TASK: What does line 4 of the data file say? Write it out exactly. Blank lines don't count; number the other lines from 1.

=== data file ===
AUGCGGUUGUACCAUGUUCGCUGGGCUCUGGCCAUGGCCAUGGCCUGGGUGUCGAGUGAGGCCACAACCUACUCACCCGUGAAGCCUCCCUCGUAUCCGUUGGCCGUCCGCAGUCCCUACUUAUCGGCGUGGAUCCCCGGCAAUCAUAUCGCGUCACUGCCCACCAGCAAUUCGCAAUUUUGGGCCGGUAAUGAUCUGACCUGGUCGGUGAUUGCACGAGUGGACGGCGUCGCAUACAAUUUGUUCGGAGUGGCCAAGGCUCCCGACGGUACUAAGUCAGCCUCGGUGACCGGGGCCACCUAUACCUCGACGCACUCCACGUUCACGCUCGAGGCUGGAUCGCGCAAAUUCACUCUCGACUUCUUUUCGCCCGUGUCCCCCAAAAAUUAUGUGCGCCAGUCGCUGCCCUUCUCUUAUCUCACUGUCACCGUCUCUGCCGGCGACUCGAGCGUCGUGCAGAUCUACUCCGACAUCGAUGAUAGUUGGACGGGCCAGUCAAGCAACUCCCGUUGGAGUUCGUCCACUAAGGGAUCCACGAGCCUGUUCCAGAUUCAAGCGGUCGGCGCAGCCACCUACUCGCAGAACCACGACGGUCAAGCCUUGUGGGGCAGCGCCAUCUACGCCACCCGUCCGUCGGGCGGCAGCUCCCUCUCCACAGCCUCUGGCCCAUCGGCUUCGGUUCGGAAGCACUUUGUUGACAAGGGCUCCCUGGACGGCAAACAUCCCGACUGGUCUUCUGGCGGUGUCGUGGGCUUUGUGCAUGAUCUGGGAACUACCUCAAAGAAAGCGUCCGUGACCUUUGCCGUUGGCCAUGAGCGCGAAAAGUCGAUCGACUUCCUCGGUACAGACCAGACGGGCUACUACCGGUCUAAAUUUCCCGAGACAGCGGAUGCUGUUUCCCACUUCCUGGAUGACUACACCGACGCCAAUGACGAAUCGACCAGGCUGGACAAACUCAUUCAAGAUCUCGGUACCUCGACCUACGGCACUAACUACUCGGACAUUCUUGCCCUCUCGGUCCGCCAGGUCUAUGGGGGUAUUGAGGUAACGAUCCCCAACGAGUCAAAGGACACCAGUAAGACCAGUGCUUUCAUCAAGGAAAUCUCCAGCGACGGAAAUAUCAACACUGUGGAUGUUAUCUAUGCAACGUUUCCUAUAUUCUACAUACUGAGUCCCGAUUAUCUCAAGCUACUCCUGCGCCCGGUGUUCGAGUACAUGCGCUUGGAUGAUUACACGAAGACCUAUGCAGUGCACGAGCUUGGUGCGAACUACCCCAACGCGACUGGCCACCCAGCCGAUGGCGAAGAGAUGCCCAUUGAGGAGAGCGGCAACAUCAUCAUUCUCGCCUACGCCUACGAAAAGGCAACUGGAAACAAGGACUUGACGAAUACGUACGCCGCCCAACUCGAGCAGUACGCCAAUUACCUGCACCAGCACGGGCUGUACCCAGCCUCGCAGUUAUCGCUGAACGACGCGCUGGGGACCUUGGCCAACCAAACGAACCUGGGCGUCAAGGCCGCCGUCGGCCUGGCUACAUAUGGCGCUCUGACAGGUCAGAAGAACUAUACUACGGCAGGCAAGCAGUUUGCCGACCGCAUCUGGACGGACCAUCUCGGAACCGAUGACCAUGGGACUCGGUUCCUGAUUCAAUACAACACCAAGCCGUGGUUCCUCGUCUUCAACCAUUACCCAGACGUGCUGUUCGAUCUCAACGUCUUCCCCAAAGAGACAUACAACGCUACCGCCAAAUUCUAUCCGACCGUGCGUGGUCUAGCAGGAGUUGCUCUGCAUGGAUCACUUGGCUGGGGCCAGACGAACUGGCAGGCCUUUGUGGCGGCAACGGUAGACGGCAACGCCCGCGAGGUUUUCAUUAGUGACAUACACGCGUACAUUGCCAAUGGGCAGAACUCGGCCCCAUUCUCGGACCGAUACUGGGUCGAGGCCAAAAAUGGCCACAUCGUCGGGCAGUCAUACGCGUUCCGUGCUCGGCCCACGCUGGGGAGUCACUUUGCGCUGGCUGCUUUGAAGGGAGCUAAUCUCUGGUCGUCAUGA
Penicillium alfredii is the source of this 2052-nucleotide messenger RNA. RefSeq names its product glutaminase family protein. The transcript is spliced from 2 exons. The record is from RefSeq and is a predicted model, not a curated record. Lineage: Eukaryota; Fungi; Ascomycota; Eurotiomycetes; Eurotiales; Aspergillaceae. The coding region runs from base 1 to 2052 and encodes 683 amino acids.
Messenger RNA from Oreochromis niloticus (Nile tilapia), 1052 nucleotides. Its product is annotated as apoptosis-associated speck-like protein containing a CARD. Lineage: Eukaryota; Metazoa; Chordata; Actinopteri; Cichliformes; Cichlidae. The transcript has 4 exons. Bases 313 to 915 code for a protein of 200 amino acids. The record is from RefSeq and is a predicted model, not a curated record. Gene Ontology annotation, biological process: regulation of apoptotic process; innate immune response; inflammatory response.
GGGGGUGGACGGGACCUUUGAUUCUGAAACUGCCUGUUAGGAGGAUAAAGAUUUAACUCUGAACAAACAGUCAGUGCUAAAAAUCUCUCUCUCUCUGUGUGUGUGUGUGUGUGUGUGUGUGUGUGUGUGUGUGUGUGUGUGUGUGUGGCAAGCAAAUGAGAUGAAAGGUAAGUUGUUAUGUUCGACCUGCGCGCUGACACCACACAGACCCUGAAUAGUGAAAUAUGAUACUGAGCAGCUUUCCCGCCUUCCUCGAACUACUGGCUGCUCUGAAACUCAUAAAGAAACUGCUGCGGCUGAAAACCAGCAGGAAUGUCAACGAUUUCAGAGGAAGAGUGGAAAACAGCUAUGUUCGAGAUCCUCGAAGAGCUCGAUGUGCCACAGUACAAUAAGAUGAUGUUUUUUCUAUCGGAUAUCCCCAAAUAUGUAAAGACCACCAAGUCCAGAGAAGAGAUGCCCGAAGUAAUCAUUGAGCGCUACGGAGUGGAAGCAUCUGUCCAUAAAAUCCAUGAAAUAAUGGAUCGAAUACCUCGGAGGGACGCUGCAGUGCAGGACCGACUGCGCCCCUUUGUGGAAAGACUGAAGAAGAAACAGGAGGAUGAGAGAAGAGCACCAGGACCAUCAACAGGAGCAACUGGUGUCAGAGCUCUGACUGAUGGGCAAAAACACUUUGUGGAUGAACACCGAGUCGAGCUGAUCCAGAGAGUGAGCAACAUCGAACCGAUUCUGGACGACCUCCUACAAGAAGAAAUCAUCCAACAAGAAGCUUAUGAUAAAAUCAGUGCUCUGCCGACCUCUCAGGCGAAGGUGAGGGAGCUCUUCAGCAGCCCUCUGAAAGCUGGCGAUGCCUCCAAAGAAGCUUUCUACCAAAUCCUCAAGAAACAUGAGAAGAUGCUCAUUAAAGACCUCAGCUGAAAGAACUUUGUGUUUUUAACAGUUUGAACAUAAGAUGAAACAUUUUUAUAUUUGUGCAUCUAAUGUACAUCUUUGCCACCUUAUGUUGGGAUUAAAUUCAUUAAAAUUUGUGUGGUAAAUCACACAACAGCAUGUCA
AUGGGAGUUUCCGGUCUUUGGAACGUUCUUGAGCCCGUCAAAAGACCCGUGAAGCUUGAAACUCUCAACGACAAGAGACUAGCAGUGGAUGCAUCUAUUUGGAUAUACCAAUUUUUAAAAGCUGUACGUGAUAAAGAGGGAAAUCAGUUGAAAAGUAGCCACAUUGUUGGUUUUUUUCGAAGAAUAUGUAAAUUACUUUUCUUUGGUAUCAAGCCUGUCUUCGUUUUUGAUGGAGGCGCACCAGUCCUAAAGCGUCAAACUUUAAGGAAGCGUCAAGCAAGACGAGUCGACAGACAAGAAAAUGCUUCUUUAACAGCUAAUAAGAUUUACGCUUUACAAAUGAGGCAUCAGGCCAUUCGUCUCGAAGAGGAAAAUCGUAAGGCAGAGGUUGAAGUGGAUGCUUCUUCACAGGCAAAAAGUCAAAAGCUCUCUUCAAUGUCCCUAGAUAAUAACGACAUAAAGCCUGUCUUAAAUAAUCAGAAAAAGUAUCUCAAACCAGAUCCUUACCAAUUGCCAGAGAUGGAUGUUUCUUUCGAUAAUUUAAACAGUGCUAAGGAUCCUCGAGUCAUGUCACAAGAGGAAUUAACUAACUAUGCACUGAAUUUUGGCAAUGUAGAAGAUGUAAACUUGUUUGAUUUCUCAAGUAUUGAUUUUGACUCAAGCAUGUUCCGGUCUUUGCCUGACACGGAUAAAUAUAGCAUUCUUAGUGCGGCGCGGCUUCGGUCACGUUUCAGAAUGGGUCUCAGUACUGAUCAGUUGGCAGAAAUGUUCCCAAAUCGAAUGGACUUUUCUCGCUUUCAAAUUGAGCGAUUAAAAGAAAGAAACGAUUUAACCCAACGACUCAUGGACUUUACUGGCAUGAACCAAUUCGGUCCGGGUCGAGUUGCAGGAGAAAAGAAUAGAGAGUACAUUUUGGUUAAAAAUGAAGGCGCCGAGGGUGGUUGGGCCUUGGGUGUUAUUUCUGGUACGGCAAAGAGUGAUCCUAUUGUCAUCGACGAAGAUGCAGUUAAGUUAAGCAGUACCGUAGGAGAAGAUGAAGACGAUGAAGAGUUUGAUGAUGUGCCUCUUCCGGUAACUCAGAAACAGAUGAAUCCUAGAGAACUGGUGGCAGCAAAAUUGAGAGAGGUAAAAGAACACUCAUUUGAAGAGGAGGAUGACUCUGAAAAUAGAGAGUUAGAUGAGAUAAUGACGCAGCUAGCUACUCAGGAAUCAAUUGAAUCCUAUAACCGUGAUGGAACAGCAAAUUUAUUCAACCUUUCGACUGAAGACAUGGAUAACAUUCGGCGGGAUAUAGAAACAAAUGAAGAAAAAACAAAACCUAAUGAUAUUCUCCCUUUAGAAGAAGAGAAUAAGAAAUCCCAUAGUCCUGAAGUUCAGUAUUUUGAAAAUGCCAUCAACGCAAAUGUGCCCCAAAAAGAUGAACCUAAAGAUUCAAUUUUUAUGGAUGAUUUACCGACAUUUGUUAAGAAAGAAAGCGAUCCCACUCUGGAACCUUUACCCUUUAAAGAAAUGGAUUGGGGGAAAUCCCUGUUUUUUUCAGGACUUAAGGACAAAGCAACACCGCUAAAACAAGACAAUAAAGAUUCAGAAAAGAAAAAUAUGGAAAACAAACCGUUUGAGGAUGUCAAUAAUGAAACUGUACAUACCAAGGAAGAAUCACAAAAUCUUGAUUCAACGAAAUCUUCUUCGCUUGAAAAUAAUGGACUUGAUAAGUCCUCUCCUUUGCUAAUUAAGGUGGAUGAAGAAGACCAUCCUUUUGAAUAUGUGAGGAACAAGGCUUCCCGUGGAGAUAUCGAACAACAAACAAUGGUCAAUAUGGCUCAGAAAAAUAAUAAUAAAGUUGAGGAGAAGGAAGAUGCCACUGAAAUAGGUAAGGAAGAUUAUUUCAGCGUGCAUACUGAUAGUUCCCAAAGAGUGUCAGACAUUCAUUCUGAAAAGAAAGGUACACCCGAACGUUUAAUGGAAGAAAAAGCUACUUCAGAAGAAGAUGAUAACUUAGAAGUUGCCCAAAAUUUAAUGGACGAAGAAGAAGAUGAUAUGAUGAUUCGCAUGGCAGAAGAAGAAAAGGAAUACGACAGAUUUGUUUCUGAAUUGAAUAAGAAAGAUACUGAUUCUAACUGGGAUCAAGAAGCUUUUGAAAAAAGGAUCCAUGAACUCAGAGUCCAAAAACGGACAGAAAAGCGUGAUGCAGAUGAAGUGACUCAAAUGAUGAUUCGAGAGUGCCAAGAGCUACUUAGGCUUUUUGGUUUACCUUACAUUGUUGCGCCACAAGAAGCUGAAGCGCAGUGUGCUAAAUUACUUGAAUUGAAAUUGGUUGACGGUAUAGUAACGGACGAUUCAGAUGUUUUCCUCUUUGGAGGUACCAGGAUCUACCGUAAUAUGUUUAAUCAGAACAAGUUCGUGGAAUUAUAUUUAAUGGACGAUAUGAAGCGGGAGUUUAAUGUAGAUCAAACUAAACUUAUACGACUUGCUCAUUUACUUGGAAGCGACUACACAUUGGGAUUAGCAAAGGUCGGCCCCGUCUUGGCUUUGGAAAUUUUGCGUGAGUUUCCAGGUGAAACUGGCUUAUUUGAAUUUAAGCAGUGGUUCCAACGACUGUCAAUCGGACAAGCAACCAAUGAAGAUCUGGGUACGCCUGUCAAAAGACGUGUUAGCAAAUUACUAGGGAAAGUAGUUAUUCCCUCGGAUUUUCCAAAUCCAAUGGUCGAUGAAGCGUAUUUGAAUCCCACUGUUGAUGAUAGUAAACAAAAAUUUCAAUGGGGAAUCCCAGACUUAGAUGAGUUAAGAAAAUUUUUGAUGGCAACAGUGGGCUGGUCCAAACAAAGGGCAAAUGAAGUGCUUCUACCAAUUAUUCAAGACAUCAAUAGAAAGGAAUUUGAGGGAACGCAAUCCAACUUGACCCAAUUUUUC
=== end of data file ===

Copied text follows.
GGGGGUGGACGGGACCUUUGAUUCUGAAACUGCCUGUUAGGAGGAUAAAGAUUUAACUCUGAACAAACAGUCAGUGCUAAAAAUCUCUCUCUCUCUGUGUGUGUGUGUGUGUGUGUGUGUGUGUGUGUGUGUGUGUGUGUGUGUGUGGCAAGCAAAUGAGAUGAAAGGUAAGUUGUUAUGUUCGACCUGCGCGCUGACACCACACAGACCCUGAAUAGUGAAAUAUGAUACUGAGCAGCUUUCCCGCCUUCCUCGAACUACUGGCUGCUCUGAAACUCAUAAAGAAACUGCUGCGGCUGAAAACCAGCAGGAAUGUCAACGAUUUCAGAGGAAGAGUGGAAAACAGCUAUGUUCGAGAUCCUCGAAGAGCUCGAUGUGCCACAGUACAAUAAGAUGAUGUUUUUUCUAUCGGAUAUCCCCAAAUAUGUAAAGACCACCAAGUCCAGAGAAGAGAUGCCCGAAGUAAUCAUUGAGCGCUACGGAGUGGAAGCAUCUGUCCAUAAAAUCCAUGAAAUAAUGGAUCGAAUACCUCGGAGGGACGCUGCAGUGCAGGACCGACUGCGCCCCUUUGUGGAAAGACUGAAGAAGAAACAGGAGGAUGAGAGAAGAGCACCAGGACCAUCAACAGGAGCAACUGGUGUCAGAGCUCUGACUGAUGGGCAAAAACACUUUGUGGAUGAACACCGAGUCGAGCUGAUCCAGAGAGUGAGCAACAUCGAACCGAUUCUGGACGACCUCCUACAAGAAGAAAUCAUCCAACAAGAAGCUUAUGAUAAAAUCAGUGCUCUGCCGACCUCUCAGGCGAAGGUGAGGGAGCUCUUCAGCAGCCCUCUGAAAGCUGGCGAUGCCUCCAAAGAAGCUUUCUACCAAAUCCUCAAGAAACAUGAGAAGAUGCUCAUUAAAGACCUCAGCUGAAAGAACUUUGUGUUUUUAACAGUUUGAACAUAAGAUGAAACAUUUUUAUAUUUGUGCAUCUAAUGUACAUCUUUGCCACCUUAUGUUGGGAUUAAAUUCAUUAAAAUUUGUGUGGUAAAUCACACAACAGCAUGUCA